For electric cars to make a noticeable impact on climate change, there also needs to be a shift in how electricity is generated.
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A majority — 80 per cent — feel either positively or neutral about new pipelines.
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Meeting Canada's Paris Agreement commitments could prove to be an employment bonanza.
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But many workers can expect to take a pay cut.
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Climate change is already costing Canadians money, and it will cost us more.
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Political representatives have given us an ambitious agenda for the next 15 years, but it's up to us all to respond.
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Solar thermal advocates are fond of reminding us that homes, especially those in Canada use about 70 per cent of their energy for heating. As solar photovoltaic prices continue to plummet, some net-zero home builders have started pairing solar PV with air-source heat pumps for space heating and electric resistance water heaters to produce hot water.
Thanks to incredible improvements in the harvesting and storage of solar energy, manufacturers are creating increasingly efficient systems which makes solar the most viable alternative to fossil-fuel energy.
The transition to clean energy, it turns out, may not actually be that controversial. Two-thirds of Canadians now say we ought to prioritize growing our economy in ways that don't involve fossil fuels...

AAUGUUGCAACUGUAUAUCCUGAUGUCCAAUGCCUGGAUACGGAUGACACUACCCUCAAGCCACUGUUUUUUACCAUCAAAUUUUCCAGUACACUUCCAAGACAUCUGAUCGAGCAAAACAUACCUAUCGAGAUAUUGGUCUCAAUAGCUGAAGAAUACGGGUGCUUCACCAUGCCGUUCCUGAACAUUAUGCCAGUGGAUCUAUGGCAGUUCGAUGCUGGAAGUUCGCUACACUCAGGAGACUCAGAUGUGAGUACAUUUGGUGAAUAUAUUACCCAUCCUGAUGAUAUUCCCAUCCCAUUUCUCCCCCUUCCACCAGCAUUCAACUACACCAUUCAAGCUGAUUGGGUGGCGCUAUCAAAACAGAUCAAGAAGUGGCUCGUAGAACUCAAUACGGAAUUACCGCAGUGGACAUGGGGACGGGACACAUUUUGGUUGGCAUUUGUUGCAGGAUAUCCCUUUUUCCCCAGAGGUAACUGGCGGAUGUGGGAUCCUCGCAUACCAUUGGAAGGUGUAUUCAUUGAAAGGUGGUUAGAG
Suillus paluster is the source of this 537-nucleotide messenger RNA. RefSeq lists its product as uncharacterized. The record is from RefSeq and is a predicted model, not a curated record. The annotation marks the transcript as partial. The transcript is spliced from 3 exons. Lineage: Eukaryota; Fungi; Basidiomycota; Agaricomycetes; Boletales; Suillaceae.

Renewable energy production jumped 17 per cent between 2005 and 2015.
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The risks of not enacting change significantly outweigh the risks of implementing new technologies. Holding back is already costing us money and causing further damage to the environment, and the longer we wait, the worse it will get. Canada has an opportunity to be a leader and to show the world that it is possible.
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there are two wolves inside each of us, continuously in conflict. One is evil: it is anger, jealousy, resentment, greed, arrogance and lies. The other is good: it is serenity, contentment, love, generosity, humility and truth. The grandson thinks for a minute, then asks, "Which one wins?" The old man answers simply, "The one we feed."
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The clean money revolution has been quietly unfolding since the 60s and is now showing signs of explosive demand. What's different today? The largest generational transfer of wealth in our history is underway. This estimated $50 trillion dollars of inherited capital can remake the world, even a world dominated by Trump.
Despite their efficiency and cost, fossil fuels aren't better energy sources than solar, wind and tide, even though renewables require separate storage for large-scale deployment. Fossil fuels pollute the environment, cause illness and death, accelerate global warming and damage or destroy ecosystems. They'll also eventually run out.
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Owning a car run by electrical power once seemed like an invention from the Jetsons’ future. But the truth is that the first electric car came onto the scene in the 1830s.
The district of Squamish in British Columbia is widely known as the Outdoor Recreation Capital of Canada. But this all-season destination for climbers, hikers, mountain bikers, kite surfers, and birdwatchers is also developing a reputation as a nucleus for clean innovation.
Carbon, number six on the periodic table of the elements, is at the very heart of climate change. Here's all you need to know to understand why. Basis of life Carbon is the basis of all life on this p...
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North of Provost, Alberta, you can see the sleek figures of 17 wind turbines, each 80 metre tall, poking their heads above the aspen tree line. But these turbines are doing more than just keeping the lights on. They are powering the future of Alberta's children.